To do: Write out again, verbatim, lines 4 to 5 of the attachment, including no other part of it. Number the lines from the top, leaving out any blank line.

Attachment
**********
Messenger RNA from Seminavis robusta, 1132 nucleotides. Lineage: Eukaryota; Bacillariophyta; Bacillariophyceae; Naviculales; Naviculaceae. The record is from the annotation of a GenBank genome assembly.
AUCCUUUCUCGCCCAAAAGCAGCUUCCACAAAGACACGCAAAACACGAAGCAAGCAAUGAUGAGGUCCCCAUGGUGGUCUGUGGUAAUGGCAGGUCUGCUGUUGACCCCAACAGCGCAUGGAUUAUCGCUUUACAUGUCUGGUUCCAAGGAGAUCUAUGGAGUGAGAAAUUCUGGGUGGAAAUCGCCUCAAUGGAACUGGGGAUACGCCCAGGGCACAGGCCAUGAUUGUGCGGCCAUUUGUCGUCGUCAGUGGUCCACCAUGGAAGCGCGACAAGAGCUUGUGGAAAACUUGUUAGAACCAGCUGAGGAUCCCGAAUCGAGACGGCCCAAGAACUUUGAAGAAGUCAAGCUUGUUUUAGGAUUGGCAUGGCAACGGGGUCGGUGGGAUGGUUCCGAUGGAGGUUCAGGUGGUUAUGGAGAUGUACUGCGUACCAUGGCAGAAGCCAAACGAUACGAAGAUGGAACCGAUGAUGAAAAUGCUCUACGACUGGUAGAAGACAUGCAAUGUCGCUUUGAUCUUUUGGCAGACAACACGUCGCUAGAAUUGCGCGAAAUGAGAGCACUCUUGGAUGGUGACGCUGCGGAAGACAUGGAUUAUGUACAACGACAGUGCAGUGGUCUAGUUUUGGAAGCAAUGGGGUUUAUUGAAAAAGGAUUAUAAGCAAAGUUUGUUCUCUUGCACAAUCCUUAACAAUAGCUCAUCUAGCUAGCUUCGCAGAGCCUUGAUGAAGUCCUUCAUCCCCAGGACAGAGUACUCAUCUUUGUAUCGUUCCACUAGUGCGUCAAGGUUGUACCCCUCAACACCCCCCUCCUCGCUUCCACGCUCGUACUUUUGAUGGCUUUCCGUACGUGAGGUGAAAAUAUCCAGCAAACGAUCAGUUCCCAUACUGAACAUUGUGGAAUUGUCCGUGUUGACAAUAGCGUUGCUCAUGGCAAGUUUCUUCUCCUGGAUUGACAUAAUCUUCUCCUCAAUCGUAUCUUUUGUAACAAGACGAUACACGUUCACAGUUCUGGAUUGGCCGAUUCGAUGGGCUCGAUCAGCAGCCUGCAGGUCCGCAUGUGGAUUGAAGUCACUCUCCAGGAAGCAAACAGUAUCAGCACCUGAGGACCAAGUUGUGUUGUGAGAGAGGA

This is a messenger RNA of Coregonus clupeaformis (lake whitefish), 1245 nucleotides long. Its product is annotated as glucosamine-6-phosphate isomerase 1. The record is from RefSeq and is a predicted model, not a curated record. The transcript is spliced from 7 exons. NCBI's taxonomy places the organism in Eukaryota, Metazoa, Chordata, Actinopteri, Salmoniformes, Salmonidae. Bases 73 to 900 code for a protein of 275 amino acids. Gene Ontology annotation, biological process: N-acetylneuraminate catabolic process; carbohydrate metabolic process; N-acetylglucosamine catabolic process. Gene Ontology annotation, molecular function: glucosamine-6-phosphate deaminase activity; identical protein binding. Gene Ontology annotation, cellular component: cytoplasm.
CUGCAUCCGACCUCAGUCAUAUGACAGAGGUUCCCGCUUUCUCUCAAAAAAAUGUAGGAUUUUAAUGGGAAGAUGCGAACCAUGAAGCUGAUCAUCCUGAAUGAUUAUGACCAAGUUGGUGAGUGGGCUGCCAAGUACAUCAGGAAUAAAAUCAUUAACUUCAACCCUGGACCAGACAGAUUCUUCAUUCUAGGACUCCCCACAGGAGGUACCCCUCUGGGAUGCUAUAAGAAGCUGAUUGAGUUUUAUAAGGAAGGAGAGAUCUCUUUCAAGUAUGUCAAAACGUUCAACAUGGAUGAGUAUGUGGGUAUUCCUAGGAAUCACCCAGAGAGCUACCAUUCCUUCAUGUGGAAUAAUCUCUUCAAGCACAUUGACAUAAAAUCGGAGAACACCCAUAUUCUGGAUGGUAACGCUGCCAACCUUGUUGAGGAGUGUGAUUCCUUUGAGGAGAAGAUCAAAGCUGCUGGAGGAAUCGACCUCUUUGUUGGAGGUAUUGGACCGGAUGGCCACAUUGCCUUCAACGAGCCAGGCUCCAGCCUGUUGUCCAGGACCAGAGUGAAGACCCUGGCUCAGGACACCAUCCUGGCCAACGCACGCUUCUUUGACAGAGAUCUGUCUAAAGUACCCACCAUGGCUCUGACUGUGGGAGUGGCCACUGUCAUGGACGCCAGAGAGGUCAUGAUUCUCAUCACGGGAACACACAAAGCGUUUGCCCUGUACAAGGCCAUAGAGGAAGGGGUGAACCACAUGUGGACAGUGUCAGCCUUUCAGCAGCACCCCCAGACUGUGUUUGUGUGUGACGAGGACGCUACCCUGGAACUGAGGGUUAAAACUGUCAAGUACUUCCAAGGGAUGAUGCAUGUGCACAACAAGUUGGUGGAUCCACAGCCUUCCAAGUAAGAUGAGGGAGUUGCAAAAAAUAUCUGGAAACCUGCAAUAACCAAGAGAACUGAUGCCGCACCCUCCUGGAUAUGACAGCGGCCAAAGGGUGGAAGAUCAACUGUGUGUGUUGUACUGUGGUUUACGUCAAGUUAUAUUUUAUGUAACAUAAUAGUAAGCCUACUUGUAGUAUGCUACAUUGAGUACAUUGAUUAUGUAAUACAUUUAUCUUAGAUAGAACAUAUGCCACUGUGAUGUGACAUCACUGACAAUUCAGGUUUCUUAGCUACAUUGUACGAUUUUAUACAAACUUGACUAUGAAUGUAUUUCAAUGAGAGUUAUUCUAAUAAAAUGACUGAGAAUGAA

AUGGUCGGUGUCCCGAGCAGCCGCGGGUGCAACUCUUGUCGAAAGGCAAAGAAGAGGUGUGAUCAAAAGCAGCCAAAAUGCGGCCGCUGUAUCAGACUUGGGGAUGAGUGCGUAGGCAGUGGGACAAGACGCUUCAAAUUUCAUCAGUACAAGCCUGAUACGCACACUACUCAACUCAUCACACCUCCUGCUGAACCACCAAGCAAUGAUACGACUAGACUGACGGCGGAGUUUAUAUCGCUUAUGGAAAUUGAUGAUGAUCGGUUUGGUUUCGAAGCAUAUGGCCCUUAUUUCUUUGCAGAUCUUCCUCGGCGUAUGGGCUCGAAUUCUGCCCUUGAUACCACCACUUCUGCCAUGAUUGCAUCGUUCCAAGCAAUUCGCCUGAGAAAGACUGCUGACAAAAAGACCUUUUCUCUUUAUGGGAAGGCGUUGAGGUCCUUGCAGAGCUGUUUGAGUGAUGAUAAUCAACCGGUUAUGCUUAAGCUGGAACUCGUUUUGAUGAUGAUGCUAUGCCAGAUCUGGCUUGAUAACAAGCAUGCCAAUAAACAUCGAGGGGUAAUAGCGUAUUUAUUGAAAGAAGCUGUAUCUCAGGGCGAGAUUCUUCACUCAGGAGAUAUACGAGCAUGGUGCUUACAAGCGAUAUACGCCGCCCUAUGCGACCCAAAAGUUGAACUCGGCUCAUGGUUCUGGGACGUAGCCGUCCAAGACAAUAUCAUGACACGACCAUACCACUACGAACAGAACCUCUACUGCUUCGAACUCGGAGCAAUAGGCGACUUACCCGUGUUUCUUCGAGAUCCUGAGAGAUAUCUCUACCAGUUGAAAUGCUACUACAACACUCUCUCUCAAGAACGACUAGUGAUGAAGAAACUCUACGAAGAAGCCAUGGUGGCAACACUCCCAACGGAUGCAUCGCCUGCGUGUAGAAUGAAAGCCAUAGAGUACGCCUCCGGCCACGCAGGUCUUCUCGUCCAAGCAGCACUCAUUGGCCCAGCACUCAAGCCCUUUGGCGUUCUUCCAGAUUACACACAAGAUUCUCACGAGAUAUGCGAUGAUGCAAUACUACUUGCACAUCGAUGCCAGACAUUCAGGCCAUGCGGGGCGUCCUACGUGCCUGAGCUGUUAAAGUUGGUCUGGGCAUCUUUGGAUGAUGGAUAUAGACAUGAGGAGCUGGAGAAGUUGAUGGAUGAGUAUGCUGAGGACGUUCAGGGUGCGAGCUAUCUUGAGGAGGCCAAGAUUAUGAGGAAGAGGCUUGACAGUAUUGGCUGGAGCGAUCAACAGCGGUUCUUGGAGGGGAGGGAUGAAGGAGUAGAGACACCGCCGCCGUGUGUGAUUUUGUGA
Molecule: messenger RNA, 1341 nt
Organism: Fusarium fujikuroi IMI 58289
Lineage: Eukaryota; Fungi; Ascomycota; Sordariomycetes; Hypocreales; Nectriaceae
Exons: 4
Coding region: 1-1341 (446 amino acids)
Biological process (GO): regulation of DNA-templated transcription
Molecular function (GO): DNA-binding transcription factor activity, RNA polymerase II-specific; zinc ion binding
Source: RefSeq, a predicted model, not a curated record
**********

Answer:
CUGCAUCCGACCUCAGUCAUAUGACAGAGGUUCCCGCUUUCUCUCAAAAAAAUGUAGGAUUUUAAUGGGAAGAUGCGAACCAUGAAGCUGAUCAUCCUGAAUGAUUAUGACCAAGUUGGUGAGUGGGCUGCCAAGUACAUCAGGAAUAAAAUCAUUAACUUCAACCCUGGACCAGACAGAUUCUUCAUUCUAGGACUCCCCACAGGAGGUACCCCUCUGGGAUGCUAUAAGAAGCUGAUUGAGUUUUAUAAGGAAGGAGAGAUCUCUUUCAAGUAUGUCAAAACGUUCAACAUGGAUGAGUAUGUGGGUAUUCCUAGGAAUCACCCAGAGAGCUACCAUUCCUUCAUGUGGAAUAAUCUCUUCAAGCACAUUGACAUAAAAUCGGAGAACACCCAUAUUCUGGAUGGUAACGCUGCCAACCUUGUUGAGGAGUGUGAUUCCUUUGAGGAGAAGAUCAAAGCUGCUGGAGGAAUCGACCUCUUUGUUGGAGGUAUUGGACCGGAUGGCCACAUUGCCUUCAACGAGCCAGGCUCCAGCCUGUUGUCCAGGACCAGAGUGAAGACCCUGGCUCAGGACACCAUCCUGGCCAACGCACGCUUCUUUGACAGAGAUCUGUCUAAAGUACCCACCAUGGCUCUGACUGUGGGAGUGGCCACUGUCAUGGACGCCAGAGAGGUCAUGAUUCUCAUCACGGGAACACACAAAGCGUUUGCCCUGUACAAGGCCAUAGAGGAAGGGGUGAACCACAUGUGGACAGUGUCAGCCUUUCAGCAGCACCCCCAGACUGUGUUUGUGUGUGACGAGGACGCUACCCUGGAACUGAGGGUUAAAACUGUCAAGUACUUCCAAGGGAUGAUGCAUGUGCACAACAAGUUGGUGGAUCCACAGCCUUCCAAGUAAGAUGAGGGAGUUGCAAAAAAUAUCUGGAAACCUGCAAUAACCAAGAGAACUGAUGCCGCACCCUCCUGGAUAUGACAGCGGCCAAAGGGUGGAAGAUCAACUGUGUGUGUUGUACUGUGGUUUACGUCAAGUUAUAUUUUAUGUAACAUAAUAGUAAGCCUACUUGUAGUAUGCUACAUUGAGUACAUUGAUUAUGUAAUACAUUUAUCUUAGAUAGAACAUAUGCCACUGUGAUGUGACAUCACUGACAAUUCAGGUUUCUUAGCUACAUUGUACGAUUUUAUACAAACUUGACUAUGAAUGUAUUUCAAUGAGAGUUAUUCUAAUAAAAUGACUGAGAAUGAA

AUGGUCGGUGUCCCGAGCAGCCGCGGGUGCAACUCUUGUCGAAAGGCAAAGAAGAGGUGUGAUCAAAAGCAGCCAAAAUGCGGCCGCUGUAUCAGACUUGGGGAUGAGUGCGUAGGCAGUGGGACAAGACGCUUCAAAUUUCAUCAGUACAAGCCUGAUACGCACACUACUCAACUCAUCACACCUCCUGCUGAACCACCAAGCAAUGAUACGACUAGACUGACGGCGGAGUUUAUAUCGCUUAUGGAAAUUGAUGAUGAUCGGUUUGGUUUCGAAGCAUAUGGCCCUUAUUUCUUUGCAGAUCUUCCUCGGCGUAUGGGCUCGAAUUCUGCCCUUGAUACCACCACUUCUGCCAUGAUUGCAUCGUUCCAAGCAAUUCGCCUGAGAAAGACUGCUGACAAAAAGACCUUUUCUCUUUAUGGGAAGGCGUUGAGGUCCUUGCAGAGCUGUUUGAGUGAUGAUAAUCAACCGGUUAUGCUUAAGCUGGAACUCGUUUUGAUGAUGAUGCUAUGCCAGAUCUGGCUUGAUAACAAGCAUGCCAAUAAACAUCGAGGGGUAAUAGCGUAUUUAUUGAAAGAAGCUGUAUCUCAGGGCGAGAUUCUUCACUCAGGAGAUAUACGAGCAUGGUGCUUACAAGCGAUAUACGCCGCCCUAUGCGACCCAAAAGUUGAACUCGGCUCAUGGUUCUGGGACGUAGCCGUCCAAGACAAUAUCAUGACACGACCAUACCACUACGAACAGAACCUCUACUGCUUCGAACUCGGAGCAAUAGGCGACUUACCCGUGUUUCUUCGAGAUCCUGAGAGAUAUCUCUACCAGUUGAAAUGCUACUACAACACUCUCUCUCAAGAACGACUAGUGAUGAAGAAACUCUACGAAGAAGCCAUGGUGGCAACACUCCCAACGGAUGCAUCGCCUGCGUGUAGAAUGAAAGCCAUAGAGUACGCCUCCGGCCACGCAGGUCUUCUCGUCCAAGCAGCACUCAUUGGCCCAGCACUCAAGCCCUUUGGCGUUCUUCCAGAUUACACACAAGAUUCUCACGAGAUAUGCGAUGAUGCAAUACUACUUGCACAUCGAUGCCAGACAUUCAGGCCAUGCGGGGCGUCCUACGUGCCUGAGCUGUUAAAGUUGGUCUGGGCAUCUUUGGAUGAUGGAUAUAGACAUGAGGAGCUGGAGAAGUUGAUGGAUGAGUAUGCUGAGGACGUUCAGGGUGCGAGCUAUCUUGAGGAGGCCAAGAUUAUGAGGAAGAGGCUUGACAGUAUUGGCUGGAGCGAUCAACAGCGGUUCUUGGAGGGGAGGGAUGAAGGAGUAGAGACACCGCCGCCGUGUGUGAUUUUGUGA